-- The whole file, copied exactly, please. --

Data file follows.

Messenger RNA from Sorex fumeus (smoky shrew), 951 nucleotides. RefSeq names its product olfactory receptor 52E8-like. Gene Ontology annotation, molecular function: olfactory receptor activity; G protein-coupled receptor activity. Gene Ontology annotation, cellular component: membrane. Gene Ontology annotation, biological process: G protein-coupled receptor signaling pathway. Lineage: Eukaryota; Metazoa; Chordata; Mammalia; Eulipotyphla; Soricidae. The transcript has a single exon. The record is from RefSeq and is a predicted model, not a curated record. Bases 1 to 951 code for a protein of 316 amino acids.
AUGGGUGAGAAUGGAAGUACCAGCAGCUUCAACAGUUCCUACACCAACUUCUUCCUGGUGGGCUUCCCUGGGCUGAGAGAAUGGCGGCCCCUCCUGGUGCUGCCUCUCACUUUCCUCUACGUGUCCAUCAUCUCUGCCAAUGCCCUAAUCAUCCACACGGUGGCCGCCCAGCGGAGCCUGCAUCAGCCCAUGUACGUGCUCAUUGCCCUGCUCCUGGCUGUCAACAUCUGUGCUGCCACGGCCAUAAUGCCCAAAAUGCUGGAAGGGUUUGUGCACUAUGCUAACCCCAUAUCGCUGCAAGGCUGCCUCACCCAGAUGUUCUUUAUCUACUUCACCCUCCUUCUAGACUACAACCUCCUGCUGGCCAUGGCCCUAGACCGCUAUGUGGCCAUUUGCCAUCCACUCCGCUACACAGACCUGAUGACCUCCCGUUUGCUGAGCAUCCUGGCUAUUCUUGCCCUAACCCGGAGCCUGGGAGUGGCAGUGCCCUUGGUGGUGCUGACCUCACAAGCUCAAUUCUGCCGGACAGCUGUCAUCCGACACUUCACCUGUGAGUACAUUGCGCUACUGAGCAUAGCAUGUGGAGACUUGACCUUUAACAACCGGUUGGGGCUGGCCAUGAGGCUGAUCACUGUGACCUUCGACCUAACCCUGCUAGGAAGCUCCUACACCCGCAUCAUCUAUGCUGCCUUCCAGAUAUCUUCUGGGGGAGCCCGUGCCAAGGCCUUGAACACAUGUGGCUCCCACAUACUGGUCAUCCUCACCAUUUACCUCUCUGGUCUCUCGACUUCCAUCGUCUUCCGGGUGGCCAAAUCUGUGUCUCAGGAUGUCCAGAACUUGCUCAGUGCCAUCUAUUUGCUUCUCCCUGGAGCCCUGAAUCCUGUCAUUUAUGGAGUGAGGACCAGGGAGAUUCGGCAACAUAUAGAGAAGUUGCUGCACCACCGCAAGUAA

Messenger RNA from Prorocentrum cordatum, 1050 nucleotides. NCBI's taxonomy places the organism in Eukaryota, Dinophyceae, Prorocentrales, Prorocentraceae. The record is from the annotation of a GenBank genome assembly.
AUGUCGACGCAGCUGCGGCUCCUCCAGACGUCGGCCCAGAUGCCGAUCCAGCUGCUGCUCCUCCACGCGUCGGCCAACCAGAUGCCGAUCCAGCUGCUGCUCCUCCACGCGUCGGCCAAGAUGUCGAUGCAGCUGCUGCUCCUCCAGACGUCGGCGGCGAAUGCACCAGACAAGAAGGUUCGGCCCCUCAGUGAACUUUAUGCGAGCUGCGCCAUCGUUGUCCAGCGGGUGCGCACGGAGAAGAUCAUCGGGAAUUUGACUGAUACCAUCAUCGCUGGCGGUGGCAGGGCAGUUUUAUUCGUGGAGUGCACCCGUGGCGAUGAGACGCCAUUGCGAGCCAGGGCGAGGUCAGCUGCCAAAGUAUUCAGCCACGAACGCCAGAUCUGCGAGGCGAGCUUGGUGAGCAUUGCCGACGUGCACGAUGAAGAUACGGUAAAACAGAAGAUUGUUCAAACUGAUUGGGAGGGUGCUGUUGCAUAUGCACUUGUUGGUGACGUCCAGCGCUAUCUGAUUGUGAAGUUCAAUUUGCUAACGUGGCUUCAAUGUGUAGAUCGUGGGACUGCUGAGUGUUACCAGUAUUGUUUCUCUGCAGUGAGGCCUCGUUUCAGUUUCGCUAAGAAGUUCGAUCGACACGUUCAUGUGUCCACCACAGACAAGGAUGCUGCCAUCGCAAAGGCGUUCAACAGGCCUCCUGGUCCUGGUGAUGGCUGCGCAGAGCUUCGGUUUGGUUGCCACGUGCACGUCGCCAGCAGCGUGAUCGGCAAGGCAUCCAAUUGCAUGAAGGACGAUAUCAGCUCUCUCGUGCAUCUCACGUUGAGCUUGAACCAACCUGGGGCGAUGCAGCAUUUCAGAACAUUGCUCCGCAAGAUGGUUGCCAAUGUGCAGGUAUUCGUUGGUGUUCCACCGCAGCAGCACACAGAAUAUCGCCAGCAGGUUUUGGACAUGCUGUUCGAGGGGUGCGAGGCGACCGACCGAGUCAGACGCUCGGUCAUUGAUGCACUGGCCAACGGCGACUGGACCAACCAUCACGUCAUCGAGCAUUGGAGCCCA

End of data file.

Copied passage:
Messenger RNA from Sorex fumeus (smoky shrew), 951 nucleotides. RefSeq names its product olfactory receptor 52E8-like. Gene Ontology annotation, molecular function: olfactory receptor activity; G protein-coupled receptor activity. Gene Ontology annotation, cellular component: membrane. Gene Ontology annotation, biological process: G protein-coupled receptor signaling pathway. Lineage: Eukaryota; Metazoa; Chordata; Mammalia; Eulipotyphla; Soricidae. The transcript has a single exon. The record is from RefSeq and is a predicted model, not a curated record. Bases 1 to 951 code for a protein of 316 amino acids.
AUGGGUGAGAAUGGAAGUACCAGCAGCUUCAACAGUUCCUACACCAACUUCUUCCUGGUGGGCUUCCCUGGGCUGAGAGAAUGGCGGCCCCUCCUGGUGCUGCCUCUCACUUUCCUCUACGUGUCCAUCAUCUCUGCCAAUGCCCUAAUCAUCCACACGGUGGCCGCCCAGCGGAGCCUGCAUCAGCCCAUGUACGUGCUCAUUGCCCUGCUCCUGGCUGUCAACAUCUGUGCUGCCACGGCCAUAAUGCCCAAAAUGCUGGAAGGGUUUGUGCACUAUGCUAACCCCAUAUCGCUGCAAGGCUGCCUCACCCAGAUGUUCUUUAUCUACUUCACCCUCCUUCUAGACUACAACCUCCUGCUGGCCAUGGCCCUAGACCGCUAUGUGGCCAUUUGCCAUCCACUCCGCUACACAGACCUGAUGACCUCCCGUUUGCUGAGCAUCCUGGCUAUUCUUGCCCUAACCCGGAGCCUGGGAGUGGCAGUGCCCUUGGUGGUGCUGACCUCACAAGCUCAAUUCUGCCGGACAGCUGUCAUCCGACACUUCACCUGUGAGUACAUUGCGCUACUGAGCAUAGCAUGUGGAGACUUGACCUUUAACAACCGGUUGGGGCUGGCCAUGAGGCUGAUCACUGUGACCUUCGACCUAACCCUGCUAGGAAGCUCCUACACCCGCAUCAUCUAUGCUGCCUUCCAGAUAUCUUCUGGGGGAGCCCGUGCCAAGGCCUUGAACACAUGUGGCUCCCACAUACUGGUCAUCCUCACCAUUUACCUCUCUGGUCUCUCGACUUCCAUCGUCUUCCGGGUGGCCAAAUCUGUGUCUCAGGAUGUCCAGAACUUGCUCAGUGCCAUCUAUUUGCUUCUCCCUGGAGCCCUGAAUCCUGUCAUUUAUGGAGUGAGGACCAGGGAGAUUCGGCAACAUAUAGAGAAGUUGCUGCACCACCGCAAGUAA

Messenger RNA from Prorocentrum cordatum, 1050 nucleotides. NCBI's taxonomy places the organism in Eukaryota, Dinophyceae, Prorocentrales, Prorocentraceae. The record is from the annotation of a GenBank genome assembly.
AUGUCGACGCAGCUGCGGCUCCUCCAGACGUCGGCCCAGAUGCCGAUCCAGCUGCUGCUCCUCCACGCGUCGGCCAACCAGAUGCCGAUCCAGCUGCUGCUCCUCCACGCGUCGGCCAAGAUGUCGAUGCAGCUGCUGCUCCUCCAGACGUCGGCGGCGAAUGCACCAGACAAGAAGGUUCGGCCCCUCAGUGAACUUUAUGCGAGCUGCGCCAUCGUUGUCCAGCGGGUGCGCACGGAGAAGAUCAUCGGGAAUUUGACUGAUACCAUCAUCGCUGGCGGUGGCAGGGCAGUUUUAUUCGUGGAGUGCACCCGUGGCGAUGAGACGCCAUUGCGAGCCAGGGCGAGGUCAGCUGCCAAAGUAUUCAGCCACGAACGCCAGAUCUGCGAGGCGAGCUUGGUGAGCAUUGCCGACGUGCACGAUGAAGAUACGGUAAAACAGAAGAUUGUUCAAACUGAUUGGGAGGGUGCUGUUGCAUAUGCACUUGUUGGUGACGUCCAGCGCUAUCUGAUUGUGAAGUUCAAUUUGCUAACGUGGCUUCAAUGUGUAGAUCGUGGGACUGCUGAGUGUUACCAGUAUUGUUUCUCUGCAGUGAGGCCUCGUUUCAGUUUCGCUAAGAAGUUCGAUCGACACGUUCAUGUGUCCACCACAGACAAGGAUGCUGCCAUCGCAAAGGCGUUCAACAGGCCUCCUGGUCCUGGUGAUGGCUGCGCAGAGCUUCGGUUUGGUUGCCACGUGCACGUCGCCAGCAGCGUGAUCGGCAAGGCAUCCAAUUGCAUGAAGGACGAUAUCAGCUCUCUCGUGCAUCUCACGUUGAGCUUGAACCAACCUGGGGCGAUGCAGCAUUUCAGAACAUUGCUCCGCAAGAUGGUUGCCAAUGUGCAGGUAUUCGUUGGUGUUCCACCGCAGCAGCACACAGAAUAUCGCCAGCAGGUUUUGGACAUGCUGUUCGAGGGGUGCGAGGCGACCGACCGAGUCAGACGCUCGGUCAUUGAUGCACUGGCCAACGGCGACUGGACCAACCAUCACGUCAUCGAGCAUUGGAGCCCA